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Tuesday, 19 August 2014

Perfection Series IV: Part Six; St. Augustine And Persecution

Garrigou-Lagrange refered to Augustine's Sermon on the Mount in his section on the Beatitudes, but before I had read the footnotes, I was reading some of Augustine's sermons and came across it myself. I have also been dipping into The Confessions again as well, and did not realize until I have been re-reading it after so many years how much Augustine has to tell us of the way of perfection in an immediate manner.

I love synchronicity. I had read this section in Garrigou-Lagrange and shared some of this with you almost, if not, two years ago, but the bringing about of the insights as to the reality of their meaning had to "sit" in me for awhile.

Here is the Dominican's footnote. He uses this sermon extensively in his section on the Illuminative State

26. St. Augustine, In sermonem Domini in monte (Matt. 5). De quantitate animae, I, chap. 33; The Confessions, Bk. IX, chap. 10; Soliloquia, I, chaps. 1, 12 f.
But, the topic of this post has to do with Augustine on persecution and the stages of holiness.

In Sermon 96, the great Doctor of the Church preaches on persecution, a reality in his day and the need for holiness.

As in the City of God, Augustine in this sermons talks about two worlds, the world of the good and the world of the bad. God created the world good, but men created the bad world.

He states that man made the world bad and Christ came and made it good. But, the world persecutes the world of Christ.

We see this daily. The main thrust of this sermon is on the renunciation of self, which happens in the Dark Night. Augustine points out that only the person who has already picked up his cross and is following Christ can face martyrdom.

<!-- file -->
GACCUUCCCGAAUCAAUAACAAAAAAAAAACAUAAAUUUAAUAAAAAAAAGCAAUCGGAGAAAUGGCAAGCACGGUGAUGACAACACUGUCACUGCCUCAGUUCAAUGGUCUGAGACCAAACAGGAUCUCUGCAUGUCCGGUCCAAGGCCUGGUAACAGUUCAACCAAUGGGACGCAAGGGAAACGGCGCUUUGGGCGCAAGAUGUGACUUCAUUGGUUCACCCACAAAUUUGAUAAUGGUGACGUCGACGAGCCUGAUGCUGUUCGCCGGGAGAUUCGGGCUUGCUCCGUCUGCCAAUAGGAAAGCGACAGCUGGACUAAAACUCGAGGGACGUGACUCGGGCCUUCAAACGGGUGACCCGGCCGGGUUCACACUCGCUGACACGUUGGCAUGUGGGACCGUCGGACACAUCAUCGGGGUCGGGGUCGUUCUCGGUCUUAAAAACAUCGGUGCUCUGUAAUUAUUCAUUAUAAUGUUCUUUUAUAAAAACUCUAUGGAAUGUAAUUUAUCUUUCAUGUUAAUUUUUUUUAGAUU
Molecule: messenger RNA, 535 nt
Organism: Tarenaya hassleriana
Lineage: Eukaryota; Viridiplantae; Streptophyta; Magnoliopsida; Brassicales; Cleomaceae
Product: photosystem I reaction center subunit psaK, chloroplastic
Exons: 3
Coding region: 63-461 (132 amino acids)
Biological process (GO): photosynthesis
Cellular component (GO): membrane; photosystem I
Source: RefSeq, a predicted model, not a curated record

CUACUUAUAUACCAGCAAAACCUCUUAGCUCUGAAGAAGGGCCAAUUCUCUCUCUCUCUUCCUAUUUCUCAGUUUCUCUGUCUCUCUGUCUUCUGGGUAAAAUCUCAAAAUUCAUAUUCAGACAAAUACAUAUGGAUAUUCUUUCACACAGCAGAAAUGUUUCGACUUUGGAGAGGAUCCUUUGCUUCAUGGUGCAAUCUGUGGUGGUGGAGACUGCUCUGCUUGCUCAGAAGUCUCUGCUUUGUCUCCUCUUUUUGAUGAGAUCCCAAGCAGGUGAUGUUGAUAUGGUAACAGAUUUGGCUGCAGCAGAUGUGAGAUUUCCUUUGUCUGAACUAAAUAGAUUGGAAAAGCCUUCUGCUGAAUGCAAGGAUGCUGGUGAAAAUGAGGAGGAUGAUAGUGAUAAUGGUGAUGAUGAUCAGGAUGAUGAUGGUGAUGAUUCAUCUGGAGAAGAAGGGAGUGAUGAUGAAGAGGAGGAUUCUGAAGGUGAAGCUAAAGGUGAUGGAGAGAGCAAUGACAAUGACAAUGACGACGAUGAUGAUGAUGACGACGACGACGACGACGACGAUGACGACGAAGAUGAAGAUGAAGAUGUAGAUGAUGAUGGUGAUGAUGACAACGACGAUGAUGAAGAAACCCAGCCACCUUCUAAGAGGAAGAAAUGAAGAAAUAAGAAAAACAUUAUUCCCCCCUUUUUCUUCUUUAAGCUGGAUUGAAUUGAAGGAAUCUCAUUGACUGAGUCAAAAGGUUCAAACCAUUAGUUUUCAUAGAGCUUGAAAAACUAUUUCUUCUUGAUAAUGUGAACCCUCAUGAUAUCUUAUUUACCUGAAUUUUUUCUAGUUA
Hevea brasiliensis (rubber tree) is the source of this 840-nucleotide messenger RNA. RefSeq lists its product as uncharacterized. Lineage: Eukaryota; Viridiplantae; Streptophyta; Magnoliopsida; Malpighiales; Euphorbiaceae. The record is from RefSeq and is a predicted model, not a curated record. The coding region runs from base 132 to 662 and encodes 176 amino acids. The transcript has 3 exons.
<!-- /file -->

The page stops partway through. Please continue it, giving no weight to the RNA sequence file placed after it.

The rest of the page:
The Church is the world reconciled to Christ and this is the Church which is persecuted by those who choose evil in the world.

What has to do with the Illuminative State? Those who have entered this level of holiness willingly accept the cross which Christ has given, in joy. Those in the Illuminative State do the work of God and not the work of their egos.

A true martyr dies for Christ, not for himself. A true martyr dies for the Church, the Pope, the redeemed world of Christ, which is His Church.

Only those who in some way have already died to self can face the ultimate test of the renunciation of the body, and the likely pain involved. The Illumination of the mind, the senses, the heart, the soul, the intellect allow one to freely choose, in joy, death.

In Sermon 296, Augustine tells his congregation to have patience, to grow in patience. This patience is connected to the Will of God.  He actually refers to the capture of Rome in this sermon. Augustine is preaching in a great time of persecution and diaspora.  He says, "What Christ is guarding for you, can the Goth take away from you?"

This is going to become one of my pet phrases. Die to self and you will be able to die for Christ. Allow God to bring you into the state of Light which will overcome any persecution.

Augustine notes that although it seems like the wicked prosper, in reality God is holding back correction because of His Just Wrath.

Those who have the Eyes of Christ, those who have put on the Mind of Christ, will withstand persecution to share in Christ's Glory.

Out of the Dark Night, comes such Light full of the virtues and graces to do the Will of God in the world.

The book I am using for these is St. Augustine, Essential Sermons, translated by Edmund Hill.

to be continued....